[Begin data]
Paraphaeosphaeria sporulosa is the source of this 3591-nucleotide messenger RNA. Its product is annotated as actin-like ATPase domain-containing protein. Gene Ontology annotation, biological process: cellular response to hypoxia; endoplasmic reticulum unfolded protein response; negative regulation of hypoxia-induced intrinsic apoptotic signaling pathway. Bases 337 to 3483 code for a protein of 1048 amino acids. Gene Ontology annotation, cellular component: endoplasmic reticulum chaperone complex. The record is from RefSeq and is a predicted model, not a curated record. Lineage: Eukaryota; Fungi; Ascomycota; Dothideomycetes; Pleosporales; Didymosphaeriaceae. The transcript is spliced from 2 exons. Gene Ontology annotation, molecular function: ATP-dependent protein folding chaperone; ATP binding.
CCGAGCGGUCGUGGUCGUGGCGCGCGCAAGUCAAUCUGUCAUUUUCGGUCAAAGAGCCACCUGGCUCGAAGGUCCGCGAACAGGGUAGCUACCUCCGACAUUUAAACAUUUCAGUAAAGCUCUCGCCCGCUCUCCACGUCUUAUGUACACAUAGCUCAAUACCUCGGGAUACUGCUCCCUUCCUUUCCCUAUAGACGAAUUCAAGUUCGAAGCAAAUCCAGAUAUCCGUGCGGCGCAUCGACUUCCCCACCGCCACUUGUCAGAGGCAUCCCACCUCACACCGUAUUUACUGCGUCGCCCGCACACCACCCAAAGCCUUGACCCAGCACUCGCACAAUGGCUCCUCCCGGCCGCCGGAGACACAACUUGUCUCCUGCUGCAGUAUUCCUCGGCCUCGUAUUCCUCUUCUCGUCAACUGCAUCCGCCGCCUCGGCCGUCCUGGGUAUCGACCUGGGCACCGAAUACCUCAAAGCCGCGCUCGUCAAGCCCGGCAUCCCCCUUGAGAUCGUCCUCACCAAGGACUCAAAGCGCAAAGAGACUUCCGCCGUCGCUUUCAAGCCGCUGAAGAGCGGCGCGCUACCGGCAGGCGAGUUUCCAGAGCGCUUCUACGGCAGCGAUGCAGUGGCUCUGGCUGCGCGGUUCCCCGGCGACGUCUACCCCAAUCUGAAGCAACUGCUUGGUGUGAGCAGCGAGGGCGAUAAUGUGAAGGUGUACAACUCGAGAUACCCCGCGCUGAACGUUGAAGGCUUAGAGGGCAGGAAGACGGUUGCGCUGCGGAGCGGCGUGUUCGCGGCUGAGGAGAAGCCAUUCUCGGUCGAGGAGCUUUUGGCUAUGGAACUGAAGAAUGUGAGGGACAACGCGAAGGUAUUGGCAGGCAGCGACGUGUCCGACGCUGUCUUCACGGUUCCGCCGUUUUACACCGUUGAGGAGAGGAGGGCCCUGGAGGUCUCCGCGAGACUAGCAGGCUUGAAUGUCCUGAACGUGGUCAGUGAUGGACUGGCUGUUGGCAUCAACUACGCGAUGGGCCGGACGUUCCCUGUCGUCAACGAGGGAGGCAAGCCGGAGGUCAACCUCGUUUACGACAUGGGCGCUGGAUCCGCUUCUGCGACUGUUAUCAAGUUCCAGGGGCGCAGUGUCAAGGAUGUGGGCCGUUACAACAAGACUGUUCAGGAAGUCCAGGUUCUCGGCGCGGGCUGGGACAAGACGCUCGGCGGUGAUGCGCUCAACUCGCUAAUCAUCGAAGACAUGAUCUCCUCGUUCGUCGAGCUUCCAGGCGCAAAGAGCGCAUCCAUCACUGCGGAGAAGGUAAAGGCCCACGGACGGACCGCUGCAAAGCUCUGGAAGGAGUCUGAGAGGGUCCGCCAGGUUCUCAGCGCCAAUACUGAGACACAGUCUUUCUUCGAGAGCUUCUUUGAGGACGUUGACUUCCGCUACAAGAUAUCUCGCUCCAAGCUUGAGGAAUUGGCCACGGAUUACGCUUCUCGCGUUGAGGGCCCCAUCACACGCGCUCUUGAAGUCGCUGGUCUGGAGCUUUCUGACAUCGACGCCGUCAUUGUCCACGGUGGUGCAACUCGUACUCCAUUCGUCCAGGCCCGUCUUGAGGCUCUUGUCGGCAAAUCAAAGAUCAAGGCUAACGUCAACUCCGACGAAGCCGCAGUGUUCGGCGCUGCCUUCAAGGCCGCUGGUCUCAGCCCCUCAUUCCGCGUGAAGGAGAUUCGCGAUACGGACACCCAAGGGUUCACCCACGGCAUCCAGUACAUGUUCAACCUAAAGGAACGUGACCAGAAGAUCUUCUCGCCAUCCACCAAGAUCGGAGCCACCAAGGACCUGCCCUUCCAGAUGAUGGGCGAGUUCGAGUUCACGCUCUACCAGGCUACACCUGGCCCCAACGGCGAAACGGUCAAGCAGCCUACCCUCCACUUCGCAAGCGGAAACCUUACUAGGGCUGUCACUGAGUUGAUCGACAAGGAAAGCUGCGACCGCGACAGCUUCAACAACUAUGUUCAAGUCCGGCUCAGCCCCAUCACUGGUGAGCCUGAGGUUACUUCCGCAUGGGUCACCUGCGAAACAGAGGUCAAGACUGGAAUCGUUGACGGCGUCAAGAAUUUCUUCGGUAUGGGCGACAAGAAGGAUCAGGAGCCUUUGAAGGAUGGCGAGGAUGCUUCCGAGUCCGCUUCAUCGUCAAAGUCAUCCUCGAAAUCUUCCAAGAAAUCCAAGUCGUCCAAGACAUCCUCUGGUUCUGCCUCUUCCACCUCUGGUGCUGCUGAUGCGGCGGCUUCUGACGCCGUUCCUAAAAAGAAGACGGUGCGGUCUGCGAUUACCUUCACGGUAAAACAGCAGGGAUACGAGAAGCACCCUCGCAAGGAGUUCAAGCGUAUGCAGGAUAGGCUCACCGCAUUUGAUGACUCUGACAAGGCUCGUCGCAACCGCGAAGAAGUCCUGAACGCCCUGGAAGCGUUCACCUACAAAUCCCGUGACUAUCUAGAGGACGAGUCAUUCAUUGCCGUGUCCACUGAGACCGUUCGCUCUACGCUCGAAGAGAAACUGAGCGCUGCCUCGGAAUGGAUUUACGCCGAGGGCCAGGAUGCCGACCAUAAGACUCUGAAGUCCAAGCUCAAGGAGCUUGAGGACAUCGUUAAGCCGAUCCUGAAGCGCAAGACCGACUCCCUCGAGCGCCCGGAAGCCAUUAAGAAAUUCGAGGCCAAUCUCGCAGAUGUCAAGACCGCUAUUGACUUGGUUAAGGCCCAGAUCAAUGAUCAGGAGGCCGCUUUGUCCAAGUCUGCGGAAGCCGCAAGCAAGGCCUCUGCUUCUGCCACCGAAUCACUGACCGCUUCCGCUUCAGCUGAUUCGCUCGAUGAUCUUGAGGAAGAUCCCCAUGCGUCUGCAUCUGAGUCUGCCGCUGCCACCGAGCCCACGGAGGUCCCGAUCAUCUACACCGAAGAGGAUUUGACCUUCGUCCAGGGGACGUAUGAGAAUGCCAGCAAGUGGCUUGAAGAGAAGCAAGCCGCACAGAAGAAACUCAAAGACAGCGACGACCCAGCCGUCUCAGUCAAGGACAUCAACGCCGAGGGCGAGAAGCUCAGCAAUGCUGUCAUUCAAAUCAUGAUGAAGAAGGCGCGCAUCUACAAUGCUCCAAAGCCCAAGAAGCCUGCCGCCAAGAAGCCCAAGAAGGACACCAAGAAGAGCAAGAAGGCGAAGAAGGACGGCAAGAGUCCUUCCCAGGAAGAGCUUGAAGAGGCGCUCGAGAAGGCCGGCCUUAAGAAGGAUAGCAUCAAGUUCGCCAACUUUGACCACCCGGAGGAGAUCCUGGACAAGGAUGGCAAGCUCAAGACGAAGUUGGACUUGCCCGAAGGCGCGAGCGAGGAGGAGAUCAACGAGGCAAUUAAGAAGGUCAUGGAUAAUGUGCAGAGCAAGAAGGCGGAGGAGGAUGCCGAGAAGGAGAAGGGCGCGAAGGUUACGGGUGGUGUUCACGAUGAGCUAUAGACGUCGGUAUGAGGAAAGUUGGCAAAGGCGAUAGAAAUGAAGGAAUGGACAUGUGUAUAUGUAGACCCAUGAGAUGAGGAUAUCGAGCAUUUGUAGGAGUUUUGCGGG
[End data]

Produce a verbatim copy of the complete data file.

Paraphaeosphaeria sporulosa is the source of this 3591-nucleotide messenger RNA. Its product is annotated as actin-like ATPase domain-containing protein. Gene Ontology annotation, biological process: cellular response to hypoxia; endoplasmic reticulum unfolded protein response; negative regulation of hypoxia-induced intrinsic apoptotic signaling pathway. Bases 337 to 3483 code for a protein of 1048 amino acids. Gene Ontology annotation, cellular component: endoplasmic reticulum chaperone complex. The record is from RefSeq and is a predicted model, not a curated record. Lineage: Eukaryota; Fungi; Ascomycota; Dothideomycetes; Pleosporales; Didymosphaeriaceae. The transcript is spliced from 2 exons. Gene Ontology annotation, molecular function: ATP-dependent protein folding chaperone; ATP binding.
CCGAGCGGUCGUGGUCGUGGCGCGCGCAAGUCAAUCUGUCAUUUUCGGUCAAAGAGCCACCUGGCUCGAAGGUCCGCGAACAGGGUAGCUACCUCCGACAUUUAAACAUUUCAGUAAAGCUCUCGCCCGCUCUCCACGUCUUAUGUACACAUAGCUCAAUACCUCGGGAUACUGCUCCCUUCCUUUCCCUAUAGACGAAUUCAAGUUCGAAGCAAAUCCAGAUAUCCGUGCGGCGCAUCGACUUCCCCACCGCCACUUGUCAGAGGCAUCCCACCUCACACCGUAUUUACUGCGUCGCCCGCACACCACCCAAAGCCUUGACCCAGCACUCGCACAAUGGCUCCUCCCGGCCGCCGGAGACACAACUUGUCUCCUGCUGCAGUAUUCCUCGGCCUCGUAUUCCUCUUCUCGUCAACUGCAUCCGCCGCCUCGGCCGUCCUGGGUAUCGACCUGGGCACCGAAUACCUCAAAGCCGCGCUCGUCAAGCCCGGCAUCCCCCUUGAGAUCGUCCUCACCAAGGACUCAAAGCGCAAAGAGACUUCCGCCGUCGCUUUCAAGCCGCUGAAGAGCGGCGCGCUACCGGCAGGCGAGUUUCCAGAGCGCUUCUACGGCAGCGAUGCAGUGGCUCUGGCUGCGCGGUUCCCCGGCGACGUCUACCCCAAUCUGAAGCAACUGCUUGGUGUGAGCAGCGAGGGCGAUAAUGUGAAGGUGUACAACUCGAGAUACCCCGCGCUGAACGUUGAAGGCUUAGAGGGCAGGAAGACGGUUGCGCUGCGGAGCGGCGUGUUCGCGGCUGAGGAGAAGCCAUUCUCGGUCGAGGAGCUUUUGGCUAUGGAACUGAAGAAUGUGAGGGACAACGCGAAGGUAUUGGCAGGCAGCGACGUGUCCGACGCUGUCUUCACGGUUCCGCCGUUUUACACCGUUGAGGAGAGGAGGGCCCUGGAGGUCUCCGCGAGACUAGCAGGCUUGAAUGUCCUGAACGUGGUCAGUGAUGGACUGGCUGUUGGCAUCAACUACGCGAUGGGCCGGACGUUCCCUGUCGUCAACGAGGGAGGCAAGCCGGAGGUCAACCUCGUUUACGACAUGGGCGCUGGAUCCGCUUCUGCGACUGUUAUCAAGUUCCAGGGGCGCAGUGUCAAGGAUGUGGGCCGUUACAACAAGACUGUUCAGGAAGUCCAGGUUCUCGGCGCGGGCUGGGACAAGACGCUCGGCGGUGAUGCGCUCAACUCGCUAAUCAUCGAAGACAUGAUCUCCUCGUUCGUCGAGCUUCCAGGCGCAAAGAGCGCAUCCAUCACUGCGGAGAAGGUAAAGGCCCACGGACGGACCGCUGCAAAGCUCUGGAAGGAGUCUGAGAGGGUCCGCCAGGUUCUCAGCGCCAAUACUGAGACACAGUCUUUCUUCGAGAGCUUCUUUGAGGACGUUGACUUCCGCUACAAGAUAUCUCGCUCCAAGCUUGAGGAAUUGGCCACGGAUUACGCUUCUCGCGUUGAGGGCCCCAUCACACGCGCUCUUGAAGUCGCUGGUCUGGAGCUUUCUGACAUCGACGCCGUCAUUGUCCACGGUGGUGCAACUCGUACUCCAUUCGUCCAGGCCCGUCUUGAGGCUCUUGUCGGCAAAUCAAAGAUCAAGGCUAACGUCAACUCCGACGAAGCCGCAGUGUUCGGCGCUGCCUUCAAGGCCGCUGGUCUCAGCCCCUCAUUCCGCGUGAAGGAGAUUCGCGAUACGGACACCCAAGGGUUCACCCACGGCAUCCAGUACAUGUUCAACCUAAAGGAACGUGACCAGAAGAUCUUCUCGCCAUCCACCAAGAUCGGAGCCACCAAGGACCUGCCCUUCCAGAUGAUGGGCGAGUUCGAGUUCACGCUCUACCAGGCUACACCUGGCCCCAACGGCGAAACGGUCAAGCAGCCUACCCUCCACUUCGCAAGCGGAAACCUUACUAGGGCUGUCACUGAGUUGAUCGACAAGGAAAGCUGCGACCGCGACAGCUUCAACAACUAUGUUCAAGUCCGGCUCAGCCCCAUCACUGGUGAGCCUGAGGUUACUUCCGCAUGGGUCACCUGCGAAACAGAGGUCAAGACUGGAAUCGUUGACGGCGUCAAGAAUUUCUUCGGUAUGGGCGACAAGAAGGAUCAGGAGCCUUUGAAGGAUGGCGAGGAUGCUUCCGAGUCCGCUUCAUCGUCAAAGUCAUCCUCGAAAUCUUCCAAGAAAUCCAAGUCGUCCAAGACAUCCUCUGGUUCUGCCUCUUCCACCUCUGGUGCUGCUGAUGCGGCGGCUUCUGACGCCGUUCCUAAAAAGAAGACGGUGCGGUCUGCGAUUACCUUCACGGUAAAACAGCAGGGAUACGAGAAGCACCCUCGCAAGGAGUUCAAGCGUAUGCAGGAUAGGCUCACCGCAUUUGAUGACUCUGACAAGGCUCGUCGCAACCGCGAAGAAGUCCUGAACGCCCUGGAAGCGUUCACCUACAAAUCCCGUGACUAUCUAGAGGACGAGUCAUUCAUUGCCGUGUCCACUGAGACCGUUCGCUCUACGCUCGAAGAGAAACUGAGCGCUGCCUCGGAAUGGAUUUACGCCGAGGGCCAGGAUGCCGACCAUAAGACUCUGAAGUCCAAGCUCAAGGAGCUUGAGGACAUCGUUAAGCCGAUCCUGAAGCGCAAGACCGACUCCCUCGAGCGCCCGGAAGCCAUUAAGAAAUUCGAGGCCAAUCUCGCAGAUGUCAAGACCGCUAUUGACUUGGUUAAGGCCCAGAUCAAUGAUCAGGAGGCCGCUUUGUCCAAGUCUGCGGAAGCCGCAAGCAAGGCCUCUGCUUCUGCCACCGAAUCACUGACCGCUUCCGCUUCAGCUGAUUCGCUCGAUGAUCUUGAGGAAGAUCCCCAUGCGUCUGCAUCUGAGUCUGCCGCUGCCACCGAGCCCACGGAGGUCCCGAUCAUCUACACCGAAGAGGAUUUGACCUUCGUCCAGGGGACGUAUGAGAAUGCCAGCAAGUGGCUUGAAGAGAAGCAAGCCGCACAGAAGAAACUCAAAGACAGCGACGACCCAGCCGUCUCAGUCAAGGACAUCAACGCCGAGGGCGAGAAGCUCAGCAAUGCUGUCAUUCAAAUCAUGAUGAAGAAGGCGCGCAUCUACAAUGCUCCAAAGCCCAAGAAGCCUGCCGCCAAGAAGCCCAAGAAGGACACCAAGAAGAGCAAGAAGGCGAAGAAGGACGGCAAGAGUCCUUCCCAGGAAGAGCUUGAAGAGGCGCUCGAGAAGGCCGGCCUUAAGAAGGAUAGCAUCAAGUUCGCCAACUUUGACCACCCGGAGGAGAUCCUGGACAAGGAUGGCAAGCUCAAGACGAAGUUGGACUUGCCCGAAGGCGCGAGCGAGGAGGAGAUCAACGAGGCAAUUAAGAAGGUCAUGGAUAAUGUGCAGAGCAAGAAGGCGGAGGAGGAUGCCGAGAAGGAGAAGGGCGCGAAGGUUACGGGUGGUGUUCACGAUGAGCUAUAGACGUCGGUAUGAGGAAAGUUGGCAAAGGCGAUAGAAAUGAAGGAAUGGACAUGUGUAUAUGUAGACCCAUGAGAUGAGGAUAUCGAGCAUUUGUAGGAGUUUUGCGGG